$350 over the life of a set means you could buy a new disc player (like an Oppo) or a new receiver, or speakers, or whatever.

So laugh all you want. I'll enjoy my $350.

notabadname's picture

Any investment that would take a year to see a return of $35 or a decade for $350 is simply of zero consideration to me. That "cut-off" "worth" is different for everyone. But when I read a comparison of two TV's, there will be a "best" for the performance features that make me read audiophile and videophile reviews. The day "electrical consumption" joins the list of; or is considered in the determination of:

Performance
Features
Ergonomics
Value

In these editorials and reviews, I'll stop laughing.

And please correct me if I am incorrect Scott, but I don't believe you are considering amp draw in any of those categories, such as Value or Performance are you? If so, I shall stop my laughing immediately ;)

mtnbiker's picture

I see $350-500.00 over a 10 year period negligent at best. Most people would save that alone brewing their own coffee or cutting out soft drinks and bottled water in half a year or less (not to mention that CRV tax). So, I agree that is laughable or just not worth thinking about. If I was that concerned about the extra cost in utilities I would cut out my surround, DVR (big hogger they say), my amp and receiver. I even consider myself somewhat green with my electronics I turn everything off except my DVR with a surge protector with a couple always on sockets. The whole point of getting a tv is for many of us on this web site is the performance. I'm not going to buy a sports car for its gas milage, just like I'm not going to buy a tv that doesn't perform the way I want.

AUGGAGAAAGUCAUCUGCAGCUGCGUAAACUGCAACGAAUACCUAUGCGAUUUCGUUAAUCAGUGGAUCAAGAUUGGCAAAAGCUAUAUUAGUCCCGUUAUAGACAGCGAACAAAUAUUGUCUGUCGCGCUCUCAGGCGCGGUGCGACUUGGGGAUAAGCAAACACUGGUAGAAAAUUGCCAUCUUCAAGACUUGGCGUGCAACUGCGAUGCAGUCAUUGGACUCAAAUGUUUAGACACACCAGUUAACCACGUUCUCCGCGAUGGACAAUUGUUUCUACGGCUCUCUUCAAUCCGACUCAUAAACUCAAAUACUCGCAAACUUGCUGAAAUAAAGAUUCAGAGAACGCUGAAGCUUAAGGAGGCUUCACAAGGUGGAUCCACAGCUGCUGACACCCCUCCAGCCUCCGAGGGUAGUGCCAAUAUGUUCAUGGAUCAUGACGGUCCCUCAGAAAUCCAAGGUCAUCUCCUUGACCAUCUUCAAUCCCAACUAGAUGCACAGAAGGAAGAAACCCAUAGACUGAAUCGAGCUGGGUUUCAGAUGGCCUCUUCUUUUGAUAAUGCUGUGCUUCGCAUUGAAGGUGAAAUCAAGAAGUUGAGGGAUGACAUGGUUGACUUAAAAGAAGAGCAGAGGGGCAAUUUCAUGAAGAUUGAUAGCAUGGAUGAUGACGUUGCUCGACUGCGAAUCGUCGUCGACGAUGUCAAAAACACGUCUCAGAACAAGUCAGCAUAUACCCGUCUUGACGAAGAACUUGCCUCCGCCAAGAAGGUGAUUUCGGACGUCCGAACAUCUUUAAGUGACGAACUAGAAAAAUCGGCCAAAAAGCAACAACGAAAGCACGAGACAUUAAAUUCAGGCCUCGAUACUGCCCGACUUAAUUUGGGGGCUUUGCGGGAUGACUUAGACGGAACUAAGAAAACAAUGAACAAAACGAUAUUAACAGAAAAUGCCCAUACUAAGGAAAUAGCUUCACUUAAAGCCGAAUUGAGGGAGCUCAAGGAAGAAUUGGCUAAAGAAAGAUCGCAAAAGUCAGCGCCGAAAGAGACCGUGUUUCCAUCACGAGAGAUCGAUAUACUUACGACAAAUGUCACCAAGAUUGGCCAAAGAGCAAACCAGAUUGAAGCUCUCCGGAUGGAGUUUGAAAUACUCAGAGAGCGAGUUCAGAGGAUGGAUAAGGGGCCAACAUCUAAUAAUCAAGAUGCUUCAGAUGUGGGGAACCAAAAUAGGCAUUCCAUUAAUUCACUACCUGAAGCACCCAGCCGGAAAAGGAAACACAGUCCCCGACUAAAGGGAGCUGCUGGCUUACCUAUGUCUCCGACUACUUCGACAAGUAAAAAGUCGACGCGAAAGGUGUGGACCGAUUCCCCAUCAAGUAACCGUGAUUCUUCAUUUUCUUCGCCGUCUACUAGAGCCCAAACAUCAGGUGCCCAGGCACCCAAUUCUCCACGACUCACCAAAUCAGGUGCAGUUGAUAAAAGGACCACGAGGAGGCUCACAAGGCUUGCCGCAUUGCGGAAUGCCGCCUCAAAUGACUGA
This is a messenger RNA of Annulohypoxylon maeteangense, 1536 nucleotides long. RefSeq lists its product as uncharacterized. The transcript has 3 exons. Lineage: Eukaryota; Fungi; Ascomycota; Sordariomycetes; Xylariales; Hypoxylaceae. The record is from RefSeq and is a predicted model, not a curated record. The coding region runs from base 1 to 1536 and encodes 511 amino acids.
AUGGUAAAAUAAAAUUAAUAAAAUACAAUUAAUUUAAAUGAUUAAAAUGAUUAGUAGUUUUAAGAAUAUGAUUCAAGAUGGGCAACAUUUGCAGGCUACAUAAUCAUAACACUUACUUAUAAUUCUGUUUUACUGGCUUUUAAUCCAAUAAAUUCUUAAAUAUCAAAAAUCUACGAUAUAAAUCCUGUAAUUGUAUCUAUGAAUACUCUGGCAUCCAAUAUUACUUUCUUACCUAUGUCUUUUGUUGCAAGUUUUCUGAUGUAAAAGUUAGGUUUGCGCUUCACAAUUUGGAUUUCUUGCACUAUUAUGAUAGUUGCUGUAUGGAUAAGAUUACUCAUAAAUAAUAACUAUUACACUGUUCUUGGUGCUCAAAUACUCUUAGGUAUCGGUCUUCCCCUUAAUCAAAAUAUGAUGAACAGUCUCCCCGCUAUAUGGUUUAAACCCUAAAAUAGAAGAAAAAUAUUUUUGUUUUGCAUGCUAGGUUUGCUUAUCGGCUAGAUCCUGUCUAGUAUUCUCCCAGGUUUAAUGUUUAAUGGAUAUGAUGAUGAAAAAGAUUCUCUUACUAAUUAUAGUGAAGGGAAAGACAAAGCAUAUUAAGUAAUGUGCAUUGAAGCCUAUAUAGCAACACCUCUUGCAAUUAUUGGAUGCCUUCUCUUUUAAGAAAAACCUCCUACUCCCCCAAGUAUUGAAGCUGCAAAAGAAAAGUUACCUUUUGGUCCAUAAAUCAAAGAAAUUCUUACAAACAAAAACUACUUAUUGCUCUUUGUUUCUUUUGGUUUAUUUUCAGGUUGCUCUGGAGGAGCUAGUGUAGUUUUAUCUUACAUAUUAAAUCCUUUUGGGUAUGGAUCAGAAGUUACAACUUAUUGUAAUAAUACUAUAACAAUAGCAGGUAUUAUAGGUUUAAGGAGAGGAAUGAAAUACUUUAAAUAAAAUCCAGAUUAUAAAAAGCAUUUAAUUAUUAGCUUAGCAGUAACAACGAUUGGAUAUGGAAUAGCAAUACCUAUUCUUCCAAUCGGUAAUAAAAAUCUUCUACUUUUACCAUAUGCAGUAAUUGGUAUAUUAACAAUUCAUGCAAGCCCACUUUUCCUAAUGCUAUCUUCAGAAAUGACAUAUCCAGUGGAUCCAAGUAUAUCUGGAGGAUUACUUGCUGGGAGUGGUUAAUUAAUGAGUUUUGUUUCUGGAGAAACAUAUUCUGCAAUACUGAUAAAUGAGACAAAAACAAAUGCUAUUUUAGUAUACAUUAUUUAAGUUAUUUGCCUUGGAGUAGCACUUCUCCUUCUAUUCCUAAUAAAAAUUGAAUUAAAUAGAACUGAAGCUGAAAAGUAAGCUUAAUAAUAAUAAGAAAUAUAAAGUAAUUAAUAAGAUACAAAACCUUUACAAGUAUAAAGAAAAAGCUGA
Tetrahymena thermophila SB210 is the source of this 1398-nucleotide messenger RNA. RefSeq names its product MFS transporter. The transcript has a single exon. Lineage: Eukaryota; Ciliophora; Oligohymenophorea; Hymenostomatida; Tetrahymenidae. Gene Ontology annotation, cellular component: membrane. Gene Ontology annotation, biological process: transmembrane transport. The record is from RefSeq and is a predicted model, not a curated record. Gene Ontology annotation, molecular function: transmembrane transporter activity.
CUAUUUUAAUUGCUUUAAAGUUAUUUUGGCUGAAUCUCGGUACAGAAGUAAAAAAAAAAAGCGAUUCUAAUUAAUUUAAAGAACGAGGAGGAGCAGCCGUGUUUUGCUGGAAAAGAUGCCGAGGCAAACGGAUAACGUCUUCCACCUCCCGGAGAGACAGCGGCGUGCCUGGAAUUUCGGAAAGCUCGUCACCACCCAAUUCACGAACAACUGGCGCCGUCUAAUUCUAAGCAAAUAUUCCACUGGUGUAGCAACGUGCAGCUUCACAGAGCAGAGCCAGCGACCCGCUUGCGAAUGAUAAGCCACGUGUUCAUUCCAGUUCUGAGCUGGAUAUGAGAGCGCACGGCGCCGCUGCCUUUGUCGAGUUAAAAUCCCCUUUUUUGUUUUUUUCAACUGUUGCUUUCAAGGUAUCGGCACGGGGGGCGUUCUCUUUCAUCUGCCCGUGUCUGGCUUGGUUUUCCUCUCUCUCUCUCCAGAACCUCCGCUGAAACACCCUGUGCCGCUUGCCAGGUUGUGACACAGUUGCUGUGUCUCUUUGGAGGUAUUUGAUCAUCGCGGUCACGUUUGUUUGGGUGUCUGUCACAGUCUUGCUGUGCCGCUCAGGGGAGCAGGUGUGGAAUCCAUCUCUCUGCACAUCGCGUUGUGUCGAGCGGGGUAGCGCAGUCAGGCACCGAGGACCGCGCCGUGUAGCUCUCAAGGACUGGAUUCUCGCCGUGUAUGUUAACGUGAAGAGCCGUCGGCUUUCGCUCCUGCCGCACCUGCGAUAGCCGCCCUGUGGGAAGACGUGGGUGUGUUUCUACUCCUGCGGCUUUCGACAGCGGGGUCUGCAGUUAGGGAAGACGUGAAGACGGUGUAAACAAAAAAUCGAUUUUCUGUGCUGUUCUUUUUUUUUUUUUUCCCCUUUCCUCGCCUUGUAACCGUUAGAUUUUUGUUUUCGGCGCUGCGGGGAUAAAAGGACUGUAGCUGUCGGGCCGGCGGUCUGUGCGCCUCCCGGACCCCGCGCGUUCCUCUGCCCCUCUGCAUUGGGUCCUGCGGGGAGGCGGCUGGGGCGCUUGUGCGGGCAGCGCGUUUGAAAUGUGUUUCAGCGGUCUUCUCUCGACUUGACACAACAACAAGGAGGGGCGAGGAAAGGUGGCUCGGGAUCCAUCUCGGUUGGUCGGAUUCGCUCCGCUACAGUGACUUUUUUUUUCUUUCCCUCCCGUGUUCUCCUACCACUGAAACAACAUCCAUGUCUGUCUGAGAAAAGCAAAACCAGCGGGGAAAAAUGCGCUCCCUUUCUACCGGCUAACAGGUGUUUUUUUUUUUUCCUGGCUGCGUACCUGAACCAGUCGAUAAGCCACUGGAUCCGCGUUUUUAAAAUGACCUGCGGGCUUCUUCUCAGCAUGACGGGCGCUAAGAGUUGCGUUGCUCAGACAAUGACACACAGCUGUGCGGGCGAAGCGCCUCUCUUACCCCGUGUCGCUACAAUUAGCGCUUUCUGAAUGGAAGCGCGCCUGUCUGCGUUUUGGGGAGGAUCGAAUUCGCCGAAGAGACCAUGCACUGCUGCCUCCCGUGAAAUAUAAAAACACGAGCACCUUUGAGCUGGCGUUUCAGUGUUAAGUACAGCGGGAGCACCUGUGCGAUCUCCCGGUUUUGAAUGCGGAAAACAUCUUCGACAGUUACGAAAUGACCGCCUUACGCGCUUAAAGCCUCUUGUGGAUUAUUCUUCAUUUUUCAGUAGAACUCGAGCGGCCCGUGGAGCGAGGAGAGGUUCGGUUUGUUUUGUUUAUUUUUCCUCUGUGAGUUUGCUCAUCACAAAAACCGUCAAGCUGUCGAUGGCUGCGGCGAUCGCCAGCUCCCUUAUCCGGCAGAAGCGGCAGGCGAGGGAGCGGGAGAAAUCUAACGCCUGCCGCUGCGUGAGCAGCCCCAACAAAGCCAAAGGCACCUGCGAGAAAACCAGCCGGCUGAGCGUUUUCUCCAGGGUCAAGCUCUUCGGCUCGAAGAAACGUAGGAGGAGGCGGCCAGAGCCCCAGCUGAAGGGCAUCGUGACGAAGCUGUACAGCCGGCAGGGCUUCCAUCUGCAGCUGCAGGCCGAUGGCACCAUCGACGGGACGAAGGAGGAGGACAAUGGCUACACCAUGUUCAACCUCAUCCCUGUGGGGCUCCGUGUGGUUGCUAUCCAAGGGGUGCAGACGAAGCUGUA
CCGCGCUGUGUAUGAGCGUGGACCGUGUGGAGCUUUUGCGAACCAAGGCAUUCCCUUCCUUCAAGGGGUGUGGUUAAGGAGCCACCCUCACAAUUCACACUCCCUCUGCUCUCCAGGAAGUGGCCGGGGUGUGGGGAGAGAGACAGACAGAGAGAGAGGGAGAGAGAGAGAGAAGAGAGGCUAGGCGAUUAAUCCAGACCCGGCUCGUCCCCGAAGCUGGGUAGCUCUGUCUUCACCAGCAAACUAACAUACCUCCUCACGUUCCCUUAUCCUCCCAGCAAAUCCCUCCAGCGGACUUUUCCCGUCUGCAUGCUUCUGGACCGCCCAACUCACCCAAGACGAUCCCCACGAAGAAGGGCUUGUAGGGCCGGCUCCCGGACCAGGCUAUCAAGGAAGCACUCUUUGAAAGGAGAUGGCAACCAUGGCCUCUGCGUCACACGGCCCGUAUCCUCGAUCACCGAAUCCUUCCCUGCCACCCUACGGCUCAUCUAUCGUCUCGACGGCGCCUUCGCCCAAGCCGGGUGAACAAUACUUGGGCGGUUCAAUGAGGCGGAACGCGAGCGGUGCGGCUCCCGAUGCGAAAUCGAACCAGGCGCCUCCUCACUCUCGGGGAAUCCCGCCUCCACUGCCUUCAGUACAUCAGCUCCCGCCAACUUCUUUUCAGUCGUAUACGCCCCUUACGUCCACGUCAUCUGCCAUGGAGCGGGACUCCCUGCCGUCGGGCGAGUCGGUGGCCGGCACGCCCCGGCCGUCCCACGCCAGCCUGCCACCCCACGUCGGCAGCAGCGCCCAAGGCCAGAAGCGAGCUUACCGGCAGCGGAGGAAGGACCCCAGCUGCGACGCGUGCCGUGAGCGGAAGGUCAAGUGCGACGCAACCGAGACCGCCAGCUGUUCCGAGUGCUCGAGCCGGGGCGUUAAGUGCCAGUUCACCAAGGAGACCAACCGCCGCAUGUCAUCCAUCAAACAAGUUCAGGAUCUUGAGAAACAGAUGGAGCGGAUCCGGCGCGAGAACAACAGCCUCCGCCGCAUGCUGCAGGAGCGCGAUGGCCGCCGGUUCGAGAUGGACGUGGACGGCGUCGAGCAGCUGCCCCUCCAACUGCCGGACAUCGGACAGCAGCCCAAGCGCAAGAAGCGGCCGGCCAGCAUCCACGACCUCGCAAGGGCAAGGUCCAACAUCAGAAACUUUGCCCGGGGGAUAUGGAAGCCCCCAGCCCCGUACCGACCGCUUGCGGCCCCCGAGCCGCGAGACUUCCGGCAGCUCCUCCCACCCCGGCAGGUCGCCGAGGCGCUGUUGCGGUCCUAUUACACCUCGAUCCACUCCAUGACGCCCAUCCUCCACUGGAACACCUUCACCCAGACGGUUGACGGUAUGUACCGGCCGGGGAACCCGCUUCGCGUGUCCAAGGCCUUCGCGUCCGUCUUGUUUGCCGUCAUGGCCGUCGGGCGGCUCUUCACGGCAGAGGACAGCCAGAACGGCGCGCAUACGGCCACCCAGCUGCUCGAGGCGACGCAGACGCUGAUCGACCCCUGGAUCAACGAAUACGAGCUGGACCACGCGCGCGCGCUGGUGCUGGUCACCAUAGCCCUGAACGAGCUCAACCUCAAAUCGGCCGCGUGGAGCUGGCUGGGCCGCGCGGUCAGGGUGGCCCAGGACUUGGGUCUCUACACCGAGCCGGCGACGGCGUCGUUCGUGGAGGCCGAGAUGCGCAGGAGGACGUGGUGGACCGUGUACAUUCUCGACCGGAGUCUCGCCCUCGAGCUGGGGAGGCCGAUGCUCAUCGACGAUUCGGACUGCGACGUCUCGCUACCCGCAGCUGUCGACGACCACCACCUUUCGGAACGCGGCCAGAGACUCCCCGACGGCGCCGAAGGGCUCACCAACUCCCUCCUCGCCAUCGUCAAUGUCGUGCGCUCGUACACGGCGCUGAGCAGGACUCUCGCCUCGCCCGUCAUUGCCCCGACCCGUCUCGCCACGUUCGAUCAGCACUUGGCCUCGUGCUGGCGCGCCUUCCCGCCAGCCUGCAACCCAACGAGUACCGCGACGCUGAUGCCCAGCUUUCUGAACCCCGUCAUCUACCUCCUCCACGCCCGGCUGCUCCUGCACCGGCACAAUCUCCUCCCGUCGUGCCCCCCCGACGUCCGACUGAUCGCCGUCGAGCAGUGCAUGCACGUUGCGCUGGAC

steve1971's picture

I dont influence me one bit. Like one person already said I am more concerned about PQ then anything else and my Sony 46V5100 has that base covered so I am happy with that.

bugsy's picture

If you save $350 on what you *would have spent* on electricity for 10 years, is it realistic to say that you could buy yourself a nice Blu-Ray player or otherwise enjoy that money?